Clean Energy Sector Rebounds, but Talent Shortage Looms Ahead


The clean energy industry has made an impressive recovery, reclaiming over 75 percent of the jobs lost during the COVID-19 pandemic. This resurgence signals a return to rapid growth, with the clean tech sector experiencing a remarkable job growth rate of over 5 percent in 2021.

The Inflation Reduction Act, enacted into law last year, is set to make a substantial impact with its provision of approximately $370 billion in subsidies for solar, wind, and electric vehicles. According to an analysis conducted by BW Research on behalf of The Nature Conservancy, these investments have the potential to create nearly 537,000 jobs each year for the next decade.

However, amidst this growth, the industry is grappling with a talent shortage. Companies are facing significant challenges in filling job vacancies due to fierce competition, a limited pool of qualified applicants, and a scarcity of workers with specialized training and technical skills.

To address the pressing talent shortage, organizations are actively developing focused talent attraction strategies in the short and long term. Efforts to enhance worker training programs, provide incentives for career development, and create pathways into the clean energy industry are underway, ensuring a sustainable and skilled workforce to meet the growing demands of the sector.

As the clean energy industry continues to thrive, it is crucial to prioritize investing in talent to propel the sector forward and build a greener and more sustainable future for all. But, what are talent recruiters looking for exactly? Corinna Frye, National Head of Renewable Energy & Clean Technology at LVI Associates notes that the clean tech industry is experiencing a shift in hiring practices, with employers becoming more flexible in considering candidates without traditional qualifications and valuing transferable skills and passion for the sector more frequently.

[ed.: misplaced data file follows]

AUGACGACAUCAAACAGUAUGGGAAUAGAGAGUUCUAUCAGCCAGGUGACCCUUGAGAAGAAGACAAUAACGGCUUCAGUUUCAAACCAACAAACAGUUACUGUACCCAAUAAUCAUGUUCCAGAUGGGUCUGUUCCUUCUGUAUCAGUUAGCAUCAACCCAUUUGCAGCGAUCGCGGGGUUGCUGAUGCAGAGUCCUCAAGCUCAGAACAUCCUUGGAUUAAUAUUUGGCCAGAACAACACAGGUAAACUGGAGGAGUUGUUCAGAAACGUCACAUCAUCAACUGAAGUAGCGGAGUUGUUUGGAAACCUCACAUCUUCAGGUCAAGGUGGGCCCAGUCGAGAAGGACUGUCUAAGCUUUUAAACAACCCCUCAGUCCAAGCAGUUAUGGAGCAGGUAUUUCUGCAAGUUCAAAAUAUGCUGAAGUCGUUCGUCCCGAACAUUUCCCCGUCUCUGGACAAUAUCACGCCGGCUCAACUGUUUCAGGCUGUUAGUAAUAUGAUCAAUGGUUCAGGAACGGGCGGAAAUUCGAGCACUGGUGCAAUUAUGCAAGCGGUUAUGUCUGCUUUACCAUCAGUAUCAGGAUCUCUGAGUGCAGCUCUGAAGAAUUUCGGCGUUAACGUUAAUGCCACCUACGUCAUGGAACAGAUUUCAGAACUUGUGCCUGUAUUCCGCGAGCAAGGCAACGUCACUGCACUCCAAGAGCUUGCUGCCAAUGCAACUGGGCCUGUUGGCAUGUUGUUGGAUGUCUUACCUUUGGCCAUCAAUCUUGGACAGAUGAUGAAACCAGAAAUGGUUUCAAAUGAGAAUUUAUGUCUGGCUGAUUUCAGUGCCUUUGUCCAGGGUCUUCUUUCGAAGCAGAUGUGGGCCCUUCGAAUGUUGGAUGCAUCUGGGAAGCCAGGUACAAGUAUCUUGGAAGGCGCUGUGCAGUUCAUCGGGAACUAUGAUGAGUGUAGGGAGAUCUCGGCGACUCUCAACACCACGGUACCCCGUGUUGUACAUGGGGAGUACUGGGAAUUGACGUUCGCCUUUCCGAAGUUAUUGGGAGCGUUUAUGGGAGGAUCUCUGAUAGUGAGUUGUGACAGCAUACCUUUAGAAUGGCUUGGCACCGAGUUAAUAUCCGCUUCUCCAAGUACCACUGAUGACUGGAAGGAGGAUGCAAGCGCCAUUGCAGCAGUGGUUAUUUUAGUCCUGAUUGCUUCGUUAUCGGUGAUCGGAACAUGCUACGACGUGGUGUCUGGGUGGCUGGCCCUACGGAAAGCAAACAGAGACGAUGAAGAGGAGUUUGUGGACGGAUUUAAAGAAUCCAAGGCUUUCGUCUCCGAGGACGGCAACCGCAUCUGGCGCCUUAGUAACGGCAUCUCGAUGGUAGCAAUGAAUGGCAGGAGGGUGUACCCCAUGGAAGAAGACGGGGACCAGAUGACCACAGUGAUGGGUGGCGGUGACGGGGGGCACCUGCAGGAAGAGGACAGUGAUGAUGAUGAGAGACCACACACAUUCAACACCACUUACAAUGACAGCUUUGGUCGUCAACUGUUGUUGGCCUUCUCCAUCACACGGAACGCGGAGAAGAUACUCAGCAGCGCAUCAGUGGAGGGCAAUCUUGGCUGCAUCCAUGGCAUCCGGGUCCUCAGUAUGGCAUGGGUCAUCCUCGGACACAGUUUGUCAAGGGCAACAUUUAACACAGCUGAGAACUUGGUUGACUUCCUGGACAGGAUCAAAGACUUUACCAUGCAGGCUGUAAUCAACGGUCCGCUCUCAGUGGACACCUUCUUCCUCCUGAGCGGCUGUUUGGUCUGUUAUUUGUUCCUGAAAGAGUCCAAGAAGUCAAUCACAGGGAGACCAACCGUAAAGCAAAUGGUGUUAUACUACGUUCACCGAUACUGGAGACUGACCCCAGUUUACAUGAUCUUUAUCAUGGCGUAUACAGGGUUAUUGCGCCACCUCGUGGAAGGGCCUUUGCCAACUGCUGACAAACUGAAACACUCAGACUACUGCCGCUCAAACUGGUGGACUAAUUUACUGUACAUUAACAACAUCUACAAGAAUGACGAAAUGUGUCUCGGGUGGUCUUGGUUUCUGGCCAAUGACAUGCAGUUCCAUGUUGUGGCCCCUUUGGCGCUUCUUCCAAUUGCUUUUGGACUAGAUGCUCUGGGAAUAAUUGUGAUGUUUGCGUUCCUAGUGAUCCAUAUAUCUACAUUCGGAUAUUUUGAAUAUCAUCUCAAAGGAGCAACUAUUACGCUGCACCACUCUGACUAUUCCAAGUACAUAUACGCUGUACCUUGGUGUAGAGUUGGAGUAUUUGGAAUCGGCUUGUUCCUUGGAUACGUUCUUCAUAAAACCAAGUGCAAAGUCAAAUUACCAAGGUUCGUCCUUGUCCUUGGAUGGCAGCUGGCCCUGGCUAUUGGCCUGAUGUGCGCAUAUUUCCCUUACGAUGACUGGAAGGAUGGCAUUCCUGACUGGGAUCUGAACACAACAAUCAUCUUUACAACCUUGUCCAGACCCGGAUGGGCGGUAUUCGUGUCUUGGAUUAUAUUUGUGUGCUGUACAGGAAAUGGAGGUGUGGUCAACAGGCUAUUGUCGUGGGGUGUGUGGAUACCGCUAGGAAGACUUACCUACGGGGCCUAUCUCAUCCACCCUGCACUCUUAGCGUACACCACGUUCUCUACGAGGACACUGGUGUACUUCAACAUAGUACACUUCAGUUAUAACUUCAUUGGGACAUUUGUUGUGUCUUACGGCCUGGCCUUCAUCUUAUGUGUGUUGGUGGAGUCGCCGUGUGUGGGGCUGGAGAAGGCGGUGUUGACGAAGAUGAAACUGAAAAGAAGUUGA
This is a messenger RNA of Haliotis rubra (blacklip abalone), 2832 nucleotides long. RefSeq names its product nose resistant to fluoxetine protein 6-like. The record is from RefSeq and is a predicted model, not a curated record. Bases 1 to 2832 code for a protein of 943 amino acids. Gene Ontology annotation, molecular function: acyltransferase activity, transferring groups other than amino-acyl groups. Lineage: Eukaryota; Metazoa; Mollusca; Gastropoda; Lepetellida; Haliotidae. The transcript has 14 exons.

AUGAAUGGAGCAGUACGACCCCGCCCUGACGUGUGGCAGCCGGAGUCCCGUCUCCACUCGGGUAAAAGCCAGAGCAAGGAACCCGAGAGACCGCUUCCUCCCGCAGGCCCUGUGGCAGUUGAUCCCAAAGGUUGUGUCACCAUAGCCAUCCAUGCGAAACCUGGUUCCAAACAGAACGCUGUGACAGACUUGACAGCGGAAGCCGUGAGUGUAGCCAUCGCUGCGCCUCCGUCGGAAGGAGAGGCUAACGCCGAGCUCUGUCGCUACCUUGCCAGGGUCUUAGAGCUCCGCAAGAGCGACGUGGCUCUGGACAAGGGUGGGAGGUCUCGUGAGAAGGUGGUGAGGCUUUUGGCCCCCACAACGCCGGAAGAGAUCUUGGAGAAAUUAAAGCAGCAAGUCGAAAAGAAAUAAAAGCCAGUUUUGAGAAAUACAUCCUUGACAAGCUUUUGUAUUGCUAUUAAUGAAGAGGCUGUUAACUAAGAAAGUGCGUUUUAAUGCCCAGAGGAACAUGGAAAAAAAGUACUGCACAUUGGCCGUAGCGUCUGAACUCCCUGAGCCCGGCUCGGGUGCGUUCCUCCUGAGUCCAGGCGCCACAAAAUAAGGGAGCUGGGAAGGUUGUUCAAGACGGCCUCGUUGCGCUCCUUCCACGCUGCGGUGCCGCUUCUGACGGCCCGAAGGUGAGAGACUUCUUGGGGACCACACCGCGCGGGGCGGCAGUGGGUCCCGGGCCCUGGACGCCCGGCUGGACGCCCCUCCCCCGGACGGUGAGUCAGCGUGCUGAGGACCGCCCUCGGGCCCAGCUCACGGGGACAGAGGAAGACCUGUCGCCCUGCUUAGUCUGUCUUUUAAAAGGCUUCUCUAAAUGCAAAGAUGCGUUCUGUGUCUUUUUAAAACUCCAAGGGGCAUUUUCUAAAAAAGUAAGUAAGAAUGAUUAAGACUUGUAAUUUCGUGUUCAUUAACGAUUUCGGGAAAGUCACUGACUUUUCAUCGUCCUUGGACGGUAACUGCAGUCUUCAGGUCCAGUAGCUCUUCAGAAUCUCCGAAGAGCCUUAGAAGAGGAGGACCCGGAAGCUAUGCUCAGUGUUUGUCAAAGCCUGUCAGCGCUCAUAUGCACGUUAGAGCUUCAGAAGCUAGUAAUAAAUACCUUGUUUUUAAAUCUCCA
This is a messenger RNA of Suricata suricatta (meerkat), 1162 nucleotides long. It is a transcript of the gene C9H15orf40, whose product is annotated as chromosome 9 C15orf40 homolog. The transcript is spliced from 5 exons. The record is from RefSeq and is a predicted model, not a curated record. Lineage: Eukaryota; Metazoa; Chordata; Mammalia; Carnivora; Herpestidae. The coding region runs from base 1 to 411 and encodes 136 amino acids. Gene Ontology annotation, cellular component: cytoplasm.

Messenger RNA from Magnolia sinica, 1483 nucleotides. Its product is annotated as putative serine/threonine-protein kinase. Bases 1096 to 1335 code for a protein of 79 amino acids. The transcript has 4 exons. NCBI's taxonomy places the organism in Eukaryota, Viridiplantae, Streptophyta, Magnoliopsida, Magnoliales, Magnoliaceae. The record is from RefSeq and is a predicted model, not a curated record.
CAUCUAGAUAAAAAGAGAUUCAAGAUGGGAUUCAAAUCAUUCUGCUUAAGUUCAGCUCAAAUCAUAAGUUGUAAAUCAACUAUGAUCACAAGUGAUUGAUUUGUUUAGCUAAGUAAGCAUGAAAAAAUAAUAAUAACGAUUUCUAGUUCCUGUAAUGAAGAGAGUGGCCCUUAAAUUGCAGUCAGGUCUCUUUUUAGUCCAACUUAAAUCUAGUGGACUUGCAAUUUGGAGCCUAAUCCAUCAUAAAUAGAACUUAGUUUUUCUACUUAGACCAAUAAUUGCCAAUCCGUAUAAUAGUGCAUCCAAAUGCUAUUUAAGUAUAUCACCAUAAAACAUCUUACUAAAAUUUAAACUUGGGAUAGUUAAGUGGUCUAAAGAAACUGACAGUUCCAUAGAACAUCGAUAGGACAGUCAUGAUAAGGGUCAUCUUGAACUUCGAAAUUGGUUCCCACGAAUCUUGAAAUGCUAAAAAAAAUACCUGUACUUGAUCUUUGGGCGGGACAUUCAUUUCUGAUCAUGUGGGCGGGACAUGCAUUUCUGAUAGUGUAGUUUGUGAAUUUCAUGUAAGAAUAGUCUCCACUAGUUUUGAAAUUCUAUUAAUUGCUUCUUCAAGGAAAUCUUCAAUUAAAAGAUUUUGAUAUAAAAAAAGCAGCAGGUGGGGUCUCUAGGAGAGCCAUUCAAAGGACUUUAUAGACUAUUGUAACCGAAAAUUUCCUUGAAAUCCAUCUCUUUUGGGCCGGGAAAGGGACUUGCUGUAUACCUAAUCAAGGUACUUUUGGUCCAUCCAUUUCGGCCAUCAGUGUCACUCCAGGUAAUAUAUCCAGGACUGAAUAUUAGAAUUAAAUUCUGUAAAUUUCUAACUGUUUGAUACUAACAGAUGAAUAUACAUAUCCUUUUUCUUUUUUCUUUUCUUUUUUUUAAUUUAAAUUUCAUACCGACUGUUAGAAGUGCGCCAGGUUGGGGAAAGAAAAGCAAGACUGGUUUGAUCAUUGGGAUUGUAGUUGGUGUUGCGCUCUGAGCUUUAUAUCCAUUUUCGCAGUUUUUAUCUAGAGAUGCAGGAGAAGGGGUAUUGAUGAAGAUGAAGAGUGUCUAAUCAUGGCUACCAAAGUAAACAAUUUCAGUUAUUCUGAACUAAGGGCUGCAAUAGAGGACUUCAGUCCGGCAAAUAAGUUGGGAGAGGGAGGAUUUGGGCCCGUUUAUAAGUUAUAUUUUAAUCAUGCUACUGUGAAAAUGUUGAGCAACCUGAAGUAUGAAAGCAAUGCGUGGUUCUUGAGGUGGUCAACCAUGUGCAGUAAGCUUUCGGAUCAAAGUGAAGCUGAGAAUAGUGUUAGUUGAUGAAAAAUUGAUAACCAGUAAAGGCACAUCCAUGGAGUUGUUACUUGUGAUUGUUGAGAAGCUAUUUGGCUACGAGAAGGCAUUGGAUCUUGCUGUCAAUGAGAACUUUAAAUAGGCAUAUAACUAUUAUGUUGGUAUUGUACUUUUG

Corinna’s Thoughts:

“When discussing the skills and experience necessary for careers in clean tech, there has been a significant shift in recent years. Previously, companies had the luxury of being selective due to limited job opportunities, demanding candidates who perfectly matched job descriptions. However, the situation has changed. While certain areas, particularly software, and cybersecurity, may still require specific qualifications, there is now increased flexibility in project-based engineering roles. This shift is driven by two factors. Firstly, emerging technology areas like electric vehicles and battery energy storage have limited talent pools, prompting companies to consider candidates with different backgrounds. For example, some clients have begun hiring engineers with extensive practical experience but lacking formal engineering degrees. Secondly, employers are recognizing the value of transferable skill sets and soft skills, alongside a genuine passion for the sector, as indicators of potential success and long-term retention. Consequently, engineers seeking a change in technology or project scale are encouraged to seize opportunities. Although the traditional chicken-and-egg dilemma persists, where large-scale project experience is often sought after, employers are increasingly willing to evaluate candidates holistically and recognize the advantages they bring beyond specific experience. This blurring of boundaries between traditionally separate areas of the industry is becoming more prevalent, opening doors for engineers to explore new opportunities.”

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